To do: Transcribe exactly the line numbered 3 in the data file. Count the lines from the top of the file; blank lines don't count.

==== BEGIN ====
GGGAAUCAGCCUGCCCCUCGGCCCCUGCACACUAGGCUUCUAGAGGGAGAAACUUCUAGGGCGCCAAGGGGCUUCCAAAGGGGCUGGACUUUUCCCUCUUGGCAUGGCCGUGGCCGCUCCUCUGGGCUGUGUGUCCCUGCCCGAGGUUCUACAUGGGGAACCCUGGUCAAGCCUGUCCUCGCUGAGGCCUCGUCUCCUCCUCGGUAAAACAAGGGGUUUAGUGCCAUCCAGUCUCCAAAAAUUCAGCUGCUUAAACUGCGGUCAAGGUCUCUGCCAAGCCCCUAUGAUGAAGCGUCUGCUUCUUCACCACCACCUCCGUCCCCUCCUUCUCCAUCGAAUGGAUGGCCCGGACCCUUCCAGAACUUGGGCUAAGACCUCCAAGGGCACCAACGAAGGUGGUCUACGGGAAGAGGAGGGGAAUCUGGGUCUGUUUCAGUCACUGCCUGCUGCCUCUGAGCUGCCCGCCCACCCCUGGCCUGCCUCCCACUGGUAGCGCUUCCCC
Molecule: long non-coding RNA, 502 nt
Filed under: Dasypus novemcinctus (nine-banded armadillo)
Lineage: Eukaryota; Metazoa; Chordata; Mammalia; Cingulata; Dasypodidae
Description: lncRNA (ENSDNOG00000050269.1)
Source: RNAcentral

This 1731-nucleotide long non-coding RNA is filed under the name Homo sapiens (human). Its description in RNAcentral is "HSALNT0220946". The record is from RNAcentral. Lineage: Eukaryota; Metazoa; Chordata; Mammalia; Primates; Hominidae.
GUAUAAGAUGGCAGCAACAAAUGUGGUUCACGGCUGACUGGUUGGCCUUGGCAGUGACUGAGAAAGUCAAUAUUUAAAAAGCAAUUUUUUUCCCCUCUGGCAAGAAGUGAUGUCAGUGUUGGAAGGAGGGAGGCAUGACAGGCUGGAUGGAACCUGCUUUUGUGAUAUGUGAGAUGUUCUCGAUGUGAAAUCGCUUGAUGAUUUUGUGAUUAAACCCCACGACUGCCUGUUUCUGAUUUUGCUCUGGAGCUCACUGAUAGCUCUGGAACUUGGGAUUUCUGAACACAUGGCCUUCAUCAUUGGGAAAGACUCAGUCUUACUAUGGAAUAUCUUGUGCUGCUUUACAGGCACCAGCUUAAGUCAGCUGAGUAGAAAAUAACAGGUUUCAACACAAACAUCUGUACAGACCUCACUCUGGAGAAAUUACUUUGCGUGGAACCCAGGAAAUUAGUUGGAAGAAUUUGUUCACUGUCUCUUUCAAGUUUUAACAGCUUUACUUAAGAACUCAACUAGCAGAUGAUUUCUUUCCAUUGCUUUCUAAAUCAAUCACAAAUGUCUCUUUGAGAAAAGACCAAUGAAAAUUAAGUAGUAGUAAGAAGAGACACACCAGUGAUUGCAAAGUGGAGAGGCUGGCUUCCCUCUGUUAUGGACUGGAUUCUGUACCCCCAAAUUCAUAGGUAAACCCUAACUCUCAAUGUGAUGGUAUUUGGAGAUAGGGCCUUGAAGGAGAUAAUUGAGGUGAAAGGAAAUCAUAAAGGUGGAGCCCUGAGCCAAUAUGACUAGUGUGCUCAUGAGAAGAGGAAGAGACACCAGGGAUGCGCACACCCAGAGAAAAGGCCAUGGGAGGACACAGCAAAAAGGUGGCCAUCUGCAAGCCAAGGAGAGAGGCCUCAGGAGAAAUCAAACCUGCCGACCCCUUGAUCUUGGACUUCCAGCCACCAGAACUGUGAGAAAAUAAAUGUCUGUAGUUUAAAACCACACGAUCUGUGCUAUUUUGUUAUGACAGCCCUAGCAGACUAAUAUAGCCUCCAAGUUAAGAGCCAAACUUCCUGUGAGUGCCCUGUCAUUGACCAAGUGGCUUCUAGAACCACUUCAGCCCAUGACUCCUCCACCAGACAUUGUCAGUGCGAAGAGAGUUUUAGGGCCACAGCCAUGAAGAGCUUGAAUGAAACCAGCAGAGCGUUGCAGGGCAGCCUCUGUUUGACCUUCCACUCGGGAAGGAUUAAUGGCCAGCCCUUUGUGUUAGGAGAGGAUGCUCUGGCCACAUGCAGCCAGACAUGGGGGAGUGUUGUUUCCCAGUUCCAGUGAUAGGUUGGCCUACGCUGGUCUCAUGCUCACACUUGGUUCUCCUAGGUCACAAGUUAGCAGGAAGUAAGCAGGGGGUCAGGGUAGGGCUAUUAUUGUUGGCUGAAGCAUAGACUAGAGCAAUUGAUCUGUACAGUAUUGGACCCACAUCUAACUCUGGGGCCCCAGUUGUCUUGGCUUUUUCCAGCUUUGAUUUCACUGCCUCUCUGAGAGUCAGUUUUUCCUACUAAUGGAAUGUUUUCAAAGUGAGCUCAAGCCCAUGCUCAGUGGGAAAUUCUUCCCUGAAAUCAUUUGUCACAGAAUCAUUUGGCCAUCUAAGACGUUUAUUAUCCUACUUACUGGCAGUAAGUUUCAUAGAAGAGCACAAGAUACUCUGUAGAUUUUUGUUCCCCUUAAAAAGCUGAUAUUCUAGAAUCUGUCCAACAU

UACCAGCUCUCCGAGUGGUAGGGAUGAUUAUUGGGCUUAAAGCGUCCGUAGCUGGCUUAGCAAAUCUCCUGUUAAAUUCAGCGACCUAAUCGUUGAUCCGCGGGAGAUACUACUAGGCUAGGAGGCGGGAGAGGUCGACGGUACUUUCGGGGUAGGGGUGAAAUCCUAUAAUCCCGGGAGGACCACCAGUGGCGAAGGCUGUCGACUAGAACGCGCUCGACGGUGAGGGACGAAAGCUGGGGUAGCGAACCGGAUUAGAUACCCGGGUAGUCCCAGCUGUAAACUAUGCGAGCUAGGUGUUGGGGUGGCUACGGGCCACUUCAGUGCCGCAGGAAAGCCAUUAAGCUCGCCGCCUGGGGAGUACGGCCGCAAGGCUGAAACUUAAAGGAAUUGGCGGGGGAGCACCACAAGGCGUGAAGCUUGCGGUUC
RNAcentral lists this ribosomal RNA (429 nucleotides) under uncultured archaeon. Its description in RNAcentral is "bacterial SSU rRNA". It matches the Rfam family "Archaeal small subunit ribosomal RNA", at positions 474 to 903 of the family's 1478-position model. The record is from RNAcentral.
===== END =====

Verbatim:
Filed under: Dasypus novemcinctus (nine-banded armadillo)